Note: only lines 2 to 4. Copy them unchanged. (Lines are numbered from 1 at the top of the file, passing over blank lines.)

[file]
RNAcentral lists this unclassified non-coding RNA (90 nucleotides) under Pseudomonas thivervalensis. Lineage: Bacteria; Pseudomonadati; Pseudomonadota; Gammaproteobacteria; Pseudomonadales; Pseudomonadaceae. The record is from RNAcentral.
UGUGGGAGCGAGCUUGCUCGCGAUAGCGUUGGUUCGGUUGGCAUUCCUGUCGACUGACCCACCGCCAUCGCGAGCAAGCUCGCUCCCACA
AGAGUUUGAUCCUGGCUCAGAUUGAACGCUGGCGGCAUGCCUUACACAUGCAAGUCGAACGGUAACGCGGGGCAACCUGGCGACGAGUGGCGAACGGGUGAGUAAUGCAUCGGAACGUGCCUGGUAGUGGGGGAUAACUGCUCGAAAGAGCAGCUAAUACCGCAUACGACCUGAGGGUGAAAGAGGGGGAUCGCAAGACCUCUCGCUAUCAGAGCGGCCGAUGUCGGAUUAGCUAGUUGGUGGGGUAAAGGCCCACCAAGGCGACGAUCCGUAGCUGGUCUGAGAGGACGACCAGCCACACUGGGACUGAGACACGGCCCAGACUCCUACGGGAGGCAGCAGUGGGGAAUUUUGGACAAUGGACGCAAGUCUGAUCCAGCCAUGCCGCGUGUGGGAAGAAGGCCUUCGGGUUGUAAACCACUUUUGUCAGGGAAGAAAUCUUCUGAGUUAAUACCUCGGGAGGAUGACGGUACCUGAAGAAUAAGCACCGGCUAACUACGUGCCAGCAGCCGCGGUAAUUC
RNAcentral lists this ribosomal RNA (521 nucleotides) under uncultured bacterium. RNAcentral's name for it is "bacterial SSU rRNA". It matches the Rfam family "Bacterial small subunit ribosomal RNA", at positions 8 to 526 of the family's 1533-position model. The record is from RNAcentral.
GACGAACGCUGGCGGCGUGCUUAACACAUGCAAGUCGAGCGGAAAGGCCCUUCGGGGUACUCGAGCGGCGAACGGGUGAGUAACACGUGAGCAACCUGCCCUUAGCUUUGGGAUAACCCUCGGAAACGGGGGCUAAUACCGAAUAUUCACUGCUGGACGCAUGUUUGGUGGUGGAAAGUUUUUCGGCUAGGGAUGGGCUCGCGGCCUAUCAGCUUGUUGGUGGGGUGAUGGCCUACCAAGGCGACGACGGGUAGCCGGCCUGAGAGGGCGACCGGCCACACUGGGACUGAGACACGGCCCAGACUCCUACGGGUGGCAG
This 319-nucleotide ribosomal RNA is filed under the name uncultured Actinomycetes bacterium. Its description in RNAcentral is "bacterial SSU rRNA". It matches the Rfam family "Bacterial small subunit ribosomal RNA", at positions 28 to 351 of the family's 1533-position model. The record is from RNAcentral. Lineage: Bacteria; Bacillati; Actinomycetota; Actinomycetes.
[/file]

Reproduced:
UGUGGGAGCGAGCUUGCUCGCGAUAGCGUUGGUUCGGUUGGCAUUCCUGUCGACUGACCCACCGCCAUCGCGAGCAAGCUCGCUCCCACA
AGAGUUUGAUCCUGGCUCAGAUUGAACGCUGGCGGCAUGCCUUACACAUGCAAGUCGAACGGUAACGCGGGGCAACCUGGCGACGAGUGGCGAACGGGUGAGUAAUGCAUCGGAACGUGCCUGGUAGUGGGGGAUAACUGCUCGAAAGAGCAGCUAAUACCGCAUACGACCUGAGGGUGAAAGAGGGGGAUCGCAAGACCUCUCGCUAUCAGAGCGGCCGAUGUCGGAUUAGCUAGUUGGUGGGGUAAAGGCCCACCAAGGCGACGAUCCGUAGCUGGUCUGAGAGGACGACCAGCCACACUGGGACUGAGACACGGCCCAGACUCCUACGGGAGGCAGCAGUGGGGAAUUUUGGACAAUGGACGCAAGUCUGAUCCAGCCAUGCCGCGUGUGGGAAGAAGGCCUUCGGGUUGUAAACCACUUUUGUCAGGGAAGAAAUCUUCUGAGUUAAUACCUCGGGAGGAUGACGGUACCUGAAGAAUAAGCACCGGCUAACUACGUGCCAGCAGCCGCGGUAAUUC
RNAcentral lists this ribosomal RNA (521 nucleotides) under uncultured bacterium. RNAcentral's name for it is "bacterial SSU rRNA". It matches the Rfam family "Bacterial small subunit ribosomal RNA", at positions 8 to 526 of the family's 1533-position model. The record is from RNAcentral.